• Complete protection from creditors — This includes debt collection and wage garnishment.
  • There is no minimal criterion for debt.
  • Debt repayment occurs within 4-5 months.


Chapter 7 Bankruptcy Disadvantages

  • Property loss — The trustee may sell any non-exempt property, such as your home or automobile.
  • Temporary protection from foreclosure – When your house is threatened with foreclosure, the automatic stay is not permanent.
  • The risk associated with co-signing a loan — Anyone who co-signs a loan may be obliged to repay the amount on your behalf.
  • Limitation on filing – After your original case is closed, you are barred from filing another Chapter 7 petition for eight years.


How to use bankruptcy Chapter 7 and Chapter 13 to your advantage

It has the potential to save your retirement. 

Filing can eliminate credit card balances, medical expenses, and other obligations, allowing you to save more for retirement and secure what you’ve already saved. 

While pensions, 401(k)s, and recent Social Security payouts are already protected from creditors, bankruptcy adds protection for up to $1.36 million in IRAs, which are not necessarily protected from creditors in all states.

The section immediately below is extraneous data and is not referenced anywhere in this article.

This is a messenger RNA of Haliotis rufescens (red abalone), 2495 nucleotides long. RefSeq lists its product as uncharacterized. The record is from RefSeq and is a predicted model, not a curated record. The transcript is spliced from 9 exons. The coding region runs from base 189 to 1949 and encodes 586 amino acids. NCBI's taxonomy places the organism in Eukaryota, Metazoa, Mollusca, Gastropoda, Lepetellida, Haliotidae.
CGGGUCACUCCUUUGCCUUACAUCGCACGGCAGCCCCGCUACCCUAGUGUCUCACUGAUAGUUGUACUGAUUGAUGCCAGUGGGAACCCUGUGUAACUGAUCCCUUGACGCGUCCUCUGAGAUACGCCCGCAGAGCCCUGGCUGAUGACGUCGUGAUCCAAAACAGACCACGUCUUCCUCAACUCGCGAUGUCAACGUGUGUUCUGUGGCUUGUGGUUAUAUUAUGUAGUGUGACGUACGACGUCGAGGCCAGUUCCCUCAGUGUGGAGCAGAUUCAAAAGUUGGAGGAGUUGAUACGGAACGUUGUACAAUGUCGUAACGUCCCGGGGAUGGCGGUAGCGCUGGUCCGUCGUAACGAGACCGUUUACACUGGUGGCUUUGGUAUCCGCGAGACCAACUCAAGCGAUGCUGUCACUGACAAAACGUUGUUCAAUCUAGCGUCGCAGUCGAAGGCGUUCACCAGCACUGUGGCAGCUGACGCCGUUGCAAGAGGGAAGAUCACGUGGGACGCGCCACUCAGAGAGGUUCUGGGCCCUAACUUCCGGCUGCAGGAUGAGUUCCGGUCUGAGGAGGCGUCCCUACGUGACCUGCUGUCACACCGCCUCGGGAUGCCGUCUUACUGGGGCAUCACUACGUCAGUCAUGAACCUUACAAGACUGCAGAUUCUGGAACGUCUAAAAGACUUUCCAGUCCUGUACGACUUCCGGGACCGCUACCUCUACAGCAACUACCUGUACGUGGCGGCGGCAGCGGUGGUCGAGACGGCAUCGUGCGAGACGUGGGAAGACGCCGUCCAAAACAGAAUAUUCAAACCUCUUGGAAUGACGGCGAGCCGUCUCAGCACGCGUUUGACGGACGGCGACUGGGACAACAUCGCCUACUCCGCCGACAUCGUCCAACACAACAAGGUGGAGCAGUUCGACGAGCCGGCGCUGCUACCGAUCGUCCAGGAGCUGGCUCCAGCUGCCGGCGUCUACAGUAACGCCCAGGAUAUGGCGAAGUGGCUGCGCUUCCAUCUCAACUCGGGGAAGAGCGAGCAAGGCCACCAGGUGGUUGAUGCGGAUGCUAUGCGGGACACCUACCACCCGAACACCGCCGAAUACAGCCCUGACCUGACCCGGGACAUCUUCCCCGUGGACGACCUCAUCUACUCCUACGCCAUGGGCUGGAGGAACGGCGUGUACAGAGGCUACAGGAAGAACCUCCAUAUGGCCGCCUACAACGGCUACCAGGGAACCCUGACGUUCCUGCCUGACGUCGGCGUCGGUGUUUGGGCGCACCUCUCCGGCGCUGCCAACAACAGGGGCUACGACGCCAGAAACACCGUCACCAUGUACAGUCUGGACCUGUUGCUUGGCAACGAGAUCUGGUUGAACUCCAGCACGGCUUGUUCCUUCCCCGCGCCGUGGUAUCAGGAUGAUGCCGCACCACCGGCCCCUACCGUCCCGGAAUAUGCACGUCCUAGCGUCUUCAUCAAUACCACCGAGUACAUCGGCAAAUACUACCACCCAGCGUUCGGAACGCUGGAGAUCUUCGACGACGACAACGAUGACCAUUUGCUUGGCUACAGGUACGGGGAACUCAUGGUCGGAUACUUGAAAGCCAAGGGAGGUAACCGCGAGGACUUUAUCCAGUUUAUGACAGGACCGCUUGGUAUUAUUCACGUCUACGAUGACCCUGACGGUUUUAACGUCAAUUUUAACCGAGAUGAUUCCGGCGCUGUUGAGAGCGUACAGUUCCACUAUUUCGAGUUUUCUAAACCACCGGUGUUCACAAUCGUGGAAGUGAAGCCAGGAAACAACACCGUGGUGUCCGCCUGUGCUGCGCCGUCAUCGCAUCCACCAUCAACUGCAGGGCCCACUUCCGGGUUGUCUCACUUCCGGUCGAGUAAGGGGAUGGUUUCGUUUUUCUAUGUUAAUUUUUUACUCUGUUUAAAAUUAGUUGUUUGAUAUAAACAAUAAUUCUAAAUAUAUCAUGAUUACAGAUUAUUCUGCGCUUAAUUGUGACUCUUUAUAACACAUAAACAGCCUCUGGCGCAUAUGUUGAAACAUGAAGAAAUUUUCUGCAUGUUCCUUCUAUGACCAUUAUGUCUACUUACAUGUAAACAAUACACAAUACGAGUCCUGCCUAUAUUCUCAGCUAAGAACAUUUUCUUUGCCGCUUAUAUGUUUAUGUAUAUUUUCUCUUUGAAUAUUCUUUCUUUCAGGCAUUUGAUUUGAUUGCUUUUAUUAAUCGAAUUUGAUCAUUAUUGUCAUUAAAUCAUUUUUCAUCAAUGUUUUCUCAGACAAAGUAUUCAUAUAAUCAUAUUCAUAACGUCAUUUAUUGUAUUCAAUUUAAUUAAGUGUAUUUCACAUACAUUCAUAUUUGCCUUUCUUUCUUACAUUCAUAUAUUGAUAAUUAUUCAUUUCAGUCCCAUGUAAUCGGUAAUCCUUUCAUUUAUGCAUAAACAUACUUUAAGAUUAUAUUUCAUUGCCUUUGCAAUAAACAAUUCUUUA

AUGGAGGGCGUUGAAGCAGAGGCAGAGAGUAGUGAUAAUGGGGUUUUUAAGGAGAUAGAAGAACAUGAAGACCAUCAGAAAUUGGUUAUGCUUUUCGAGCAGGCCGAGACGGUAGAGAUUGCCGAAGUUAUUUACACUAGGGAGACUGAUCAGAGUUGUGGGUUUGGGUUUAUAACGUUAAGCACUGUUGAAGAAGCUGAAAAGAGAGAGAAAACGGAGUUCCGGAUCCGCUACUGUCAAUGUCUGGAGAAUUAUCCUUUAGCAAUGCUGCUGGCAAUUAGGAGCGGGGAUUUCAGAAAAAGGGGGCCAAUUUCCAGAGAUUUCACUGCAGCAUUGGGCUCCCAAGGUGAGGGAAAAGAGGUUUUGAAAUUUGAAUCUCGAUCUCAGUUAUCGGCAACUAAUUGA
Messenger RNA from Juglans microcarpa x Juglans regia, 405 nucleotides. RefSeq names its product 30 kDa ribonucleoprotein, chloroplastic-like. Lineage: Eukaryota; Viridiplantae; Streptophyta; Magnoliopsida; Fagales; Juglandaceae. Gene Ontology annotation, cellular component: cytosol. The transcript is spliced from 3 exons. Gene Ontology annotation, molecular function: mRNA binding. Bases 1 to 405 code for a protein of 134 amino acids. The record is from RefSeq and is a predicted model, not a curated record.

Bankruptcy is frequently the first step in improving one’s credit score

While bankruptcy will remain on your credit report for seven to ten years, it is not the end of the world. Credit may be established rather rapidly.

If you file for bankruptcy, you may be able to leave more money in your retirement accounts to your heirs. Otherwise, creditors would receive first claims on any money in your estate, not your heirs.

Additionally, bankruptcy might create a sense of security.

Filers frequently experience embarrassment, despite repeated assurances that it is a business choice and that there is no shame in being battered by bad circumstances. 

However, bankruptcy experts who have observed this trend repeatedly believe that relief follows – freedom from debt collectors and from the worry that can accompany heavy debt.


Which should you file, Chapter 7 or Chapter 13?

There is no way to determine without first seeing an attorney. What is proper for one individual may be incorrect for another. Depending on the situation and the amount of debt you have, you may be limited in your choice of bankruptcy filing options.

Takeaway: Bankruptcy Chapter 7 and 13 can be scary, but in the end, it will all be okay.


Seek the services of CUTLER & ASSOCIATES, LTD. attorney to guide you throughout the process.

Before you decide which chapter bankruptcy is best for your case, your smartest move is to hire a bankruptcy lawyer skilled in that chapter. Bankruptcy law is complicated, and we do not recommend trying to navigate it on your own. Getting the Services of Cutler & Associates, Ltd bankruptcy attorney can help you avoid costly mistakes and ensure that your calculations are accurate. Call us now at 847-443-5399 or fill-up the form to schedule a consultation.